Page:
Writers could learn to do the same as we live in a world of formulas and academic approach to literary and cinematic theory. Just write.
21. “If it doesn’t concern life and death, it’s not interesting.”
Conflict is everything in writing, and what bigger conflict is there than the struggle for life or death? If you look at most of the great novels or films, death is ever-present. The characters are in peril. It is the ultimate conflict to put your characters up against.
22. “You can’t write good poetry unless you have a soul to express.”
Write from your soul. We are all individuals. We have all led different lives with different struggles and triumphs. Share that with the world, even if you mold that into your fictional characters and stories.
23. “Writing is rewriting. Someone said easy writing makes for hard reading.”
The quote speaks for itself. If you flash through a novel or script, as many gurus and pundits sadly say you should, it’s not over when you get to the end of the story. You need to go back and rewrite it. You need to rediscover it as a reader and find ways to make it even better by adding and cutting.
24. “I just sit down and write whatever is interesting… the best things just sort of come out of the blue. It’s a subconscious process. You don’t really know what you’re doing most of the time.”
It’s magic. It really is.
25. “Find work you like, and find someone to live with you like. Very few people get both.”
Less about writing and more about life. If you like writing and think you can make a living, go for it. But remember that no matter what success you do or do not attain, there are other things in life to treasure as well.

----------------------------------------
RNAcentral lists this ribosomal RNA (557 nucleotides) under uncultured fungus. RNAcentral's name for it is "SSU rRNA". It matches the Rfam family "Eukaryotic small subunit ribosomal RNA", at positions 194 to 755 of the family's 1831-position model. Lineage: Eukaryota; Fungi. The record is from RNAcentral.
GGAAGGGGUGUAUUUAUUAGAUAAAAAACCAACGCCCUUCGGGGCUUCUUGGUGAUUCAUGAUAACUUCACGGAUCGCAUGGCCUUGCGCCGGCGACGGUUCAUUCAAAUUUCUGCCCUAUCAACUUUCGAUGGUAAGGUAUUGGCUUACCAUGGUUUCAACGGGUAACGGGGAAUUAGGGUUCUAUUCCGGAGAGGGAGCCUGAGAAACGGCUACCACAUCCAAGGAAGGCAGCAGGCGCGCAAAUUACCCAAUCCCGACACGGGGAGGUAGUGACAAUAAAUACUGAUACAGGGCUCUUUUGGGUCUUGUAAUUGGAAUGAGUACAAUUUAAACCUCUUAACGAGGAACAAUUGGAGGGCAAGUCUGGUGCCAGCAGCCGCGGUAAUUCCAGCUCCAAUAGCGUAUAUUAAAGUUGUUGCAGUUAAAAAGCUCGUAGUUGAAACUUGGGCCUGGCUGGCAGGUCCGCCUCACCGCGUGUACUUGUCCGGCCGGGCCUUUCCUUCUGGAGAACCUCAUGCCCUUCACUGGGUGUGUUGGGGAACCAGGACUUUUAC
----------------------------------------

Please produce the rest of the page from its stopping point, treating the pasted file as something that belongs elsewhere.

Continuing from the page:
You can be at the top of your game in Hollywood or publishing, but be miserable when you go back home. Life and work balance is always a must, no matter what industry you are in.
Ken Miyamoto has worked in the film industry for nearly two decades, most notably as a studio liaison for Sony Studios and then as a script reader and story analyst for Sony Pictures.
He has many studio meetings under his belt as a produced screenwriter, meeting with the likes of Sony, Dreamworks, Universal, Disney, Warner Brothers, as well as many production and management companies. He has had a previous development deal with Lionsgate, as well as multiple writing assignments, including the produced miniseries Blackout, starring Anne Heche, Sean Patrick Flanery, Billy Zane, James Brolin, Haylie Duff, Brian Bloom, Eric La Salle, and Bruce Boxleitner. Follow Ken on Twitter @KenMovies